International reserves were pressured towards minimum levels of import coverage. The underperformance of the tourism sector and the countries’ heavy reliance on imports contributed to wider trade balances. IDB’s research in Together for Prosperity in the OECS shows that there is an inseparable linkage between the fiscal crisis confronting the OECS nations and the reality of paying some of the world’s highest per capita energy costs. The countries in the region are burdened with the need to import increasingly expensive oil products for transportation and electricity generation. Covering the ever-increasing cost of energy places enormous pressure on countries whose national budgets are already heavily indebted.
Governments resorted to fiscal stimulus in the wake of the 2008-2009 economic crisis, while reconstruction bills following natural disasters have been largely financed by the affected governments. In the face of already constrained fiscal revenues, these expenditures were financed by public debt.
In addition, OECS countries borrowed to meet their daily expenses. Public sector wages — whether directly or through state-owned enterprises — represent the bulk of recurrent expenditures in the OECS nations. The small economic scale of these countries, the limited scope of their private sector, and the slowdown of the global economy meant that government became an employer of last resort.
Revenues from taxation were below those of other similar small island developing states and were insufficient to meet development needs in the OECS nations. However, some member countries benefited from generous non-tax revenues from their Citizenship by Investment Programmes. These revenues, however, are volatile and should be used for a ‘rainy day’ fund, rather than be incorporated into the normal expenditure functions of these governments.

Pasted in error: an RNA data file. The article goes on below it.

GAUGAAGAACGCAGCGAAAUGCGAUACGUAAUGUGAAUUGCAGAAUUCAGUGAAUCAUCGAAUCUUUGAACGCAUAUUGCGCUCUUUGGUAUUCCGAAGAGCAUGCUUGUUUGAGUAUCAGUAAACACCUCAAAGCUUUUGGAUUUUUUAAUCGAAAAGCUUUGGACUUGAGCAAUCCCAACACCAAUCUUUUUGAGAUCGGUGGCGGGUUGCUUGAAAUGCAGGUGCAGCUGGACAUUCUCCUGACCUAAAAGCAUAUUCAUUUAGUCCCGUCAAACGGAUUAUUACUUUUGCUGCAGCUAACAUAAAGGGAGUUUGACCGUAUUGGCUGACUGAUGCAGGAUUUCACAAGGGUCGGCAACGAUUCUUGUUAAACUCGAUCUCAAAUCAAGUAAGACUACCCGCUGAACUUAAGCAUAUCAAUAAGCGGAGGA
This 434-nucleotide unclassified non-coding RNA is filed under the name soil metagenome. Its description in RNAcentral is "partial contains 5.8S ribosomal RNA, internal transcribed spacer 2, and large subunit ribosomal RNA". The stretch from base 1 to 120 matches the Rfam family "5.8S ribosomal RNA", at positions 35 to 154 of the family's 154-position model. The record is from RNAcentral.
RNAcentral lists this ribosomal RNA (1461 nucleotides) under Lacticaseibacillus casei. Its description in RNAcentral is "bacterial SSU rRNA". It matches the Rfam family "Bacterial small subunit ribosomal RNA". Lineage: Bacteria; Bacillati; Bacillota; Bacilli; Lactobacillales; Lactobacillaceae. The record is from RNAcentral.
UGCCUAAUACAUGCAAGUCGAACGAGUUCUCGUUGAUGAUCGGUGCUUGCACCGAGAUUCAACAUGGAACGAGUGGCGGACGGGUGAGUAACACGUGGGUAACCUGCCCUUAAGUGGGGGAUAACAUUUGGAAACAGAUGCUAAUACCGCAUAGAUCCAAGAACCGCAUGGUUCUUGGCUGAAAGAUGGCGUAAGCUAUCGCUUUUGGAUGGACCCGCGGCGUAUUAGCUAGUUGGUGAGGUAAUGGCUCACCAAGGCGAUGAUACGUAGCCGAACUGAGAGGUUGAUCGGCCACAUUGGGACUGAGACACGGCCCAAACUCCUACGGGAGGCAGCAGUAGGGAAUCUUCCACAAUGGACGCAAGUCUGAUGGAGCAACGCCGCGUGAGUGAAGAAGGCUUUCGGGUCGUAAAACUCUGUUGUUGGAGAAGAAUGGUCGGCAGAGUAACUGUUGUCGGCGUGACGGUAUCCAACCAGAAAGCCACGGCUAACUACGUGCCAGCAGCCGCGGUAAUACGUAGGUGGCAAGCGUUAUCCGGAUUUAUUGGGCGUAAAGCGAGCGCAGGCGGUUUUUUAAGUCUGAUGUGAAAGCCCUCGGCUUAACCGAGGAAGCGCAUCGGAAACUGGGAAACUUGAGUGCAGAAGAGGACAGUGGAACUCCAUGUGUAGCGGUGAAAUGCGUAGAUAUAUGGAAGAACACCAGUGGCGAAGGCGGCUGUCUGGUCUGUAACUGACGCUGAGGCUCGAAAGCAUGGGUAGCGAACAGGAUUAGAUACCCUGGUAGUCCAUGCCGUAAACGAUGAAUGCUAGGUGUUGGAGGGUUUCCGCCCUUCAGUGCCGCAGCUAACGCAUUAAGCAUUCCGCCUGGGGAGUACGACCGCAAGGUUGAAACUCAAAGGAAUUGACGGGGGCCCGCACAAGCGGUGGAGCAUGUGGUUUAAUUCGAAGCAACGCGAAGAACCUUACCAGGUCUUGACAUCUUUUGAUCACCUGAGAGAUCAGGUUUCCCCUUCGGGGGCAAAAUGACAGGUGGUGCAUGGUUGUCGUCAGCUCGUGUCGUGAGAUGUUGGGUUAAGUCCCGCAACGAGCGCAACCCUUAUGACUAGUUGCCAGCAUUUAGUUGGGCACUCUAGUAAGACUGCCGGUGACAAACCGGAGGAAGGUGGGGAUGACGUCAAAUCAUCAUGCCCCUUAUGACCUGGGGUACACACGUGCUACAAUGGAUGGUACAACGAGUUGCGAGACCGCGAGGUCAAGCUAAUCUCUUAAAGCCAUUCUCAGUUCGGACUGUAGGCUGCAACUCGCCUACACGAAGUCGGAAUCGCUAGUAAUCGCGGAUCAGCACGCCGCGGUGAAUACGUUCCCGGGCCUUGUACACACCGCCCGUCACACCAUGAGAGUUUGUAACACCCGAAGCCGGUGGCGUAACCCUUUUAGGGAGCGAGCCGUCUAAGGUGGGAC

Public debt in the OECS now sits uncomfortably high at an average 80% of GDP. Nonetheless, debt sustainability simulations suggest that with gradual fiscal consolidation efforts, OECS countries would be on track to meet 60% of GDP by 2030, a target set by the Eastern Caribbean Central Bank. In fact, St Kitts and Nevis and Grenada are currently on track to meet the target by 2017 and 2021 respectively, having undergone IMF Programmes following the global financial crisis.
The authors of Together for Prosperity in the OECS assess that the outlook for the region is predicated on dynamic performances from tourism and construction. Construction will be supported by public and private investment, with the latter buttressed by Citizenship by Investment(CBI) inflows. Moreover, reconstruction efforts initiated after adverse weather events are expected to be growth-positive. This uplift in economic activity is expected to provide impetus to wholesale and retail, transportation, real estate, and business activities. At the same time, debt restructuring, and fiscal reform initiatives could set the OECS islands on a path towards fiscal sustainability over the medium term.
Together for Prosperity in the OECS: Growth, Development, and Adversity in Small Island Developing States is available for free full download here: https://publications.iadb.org/handle/11319/8570
Inter-American Development Bank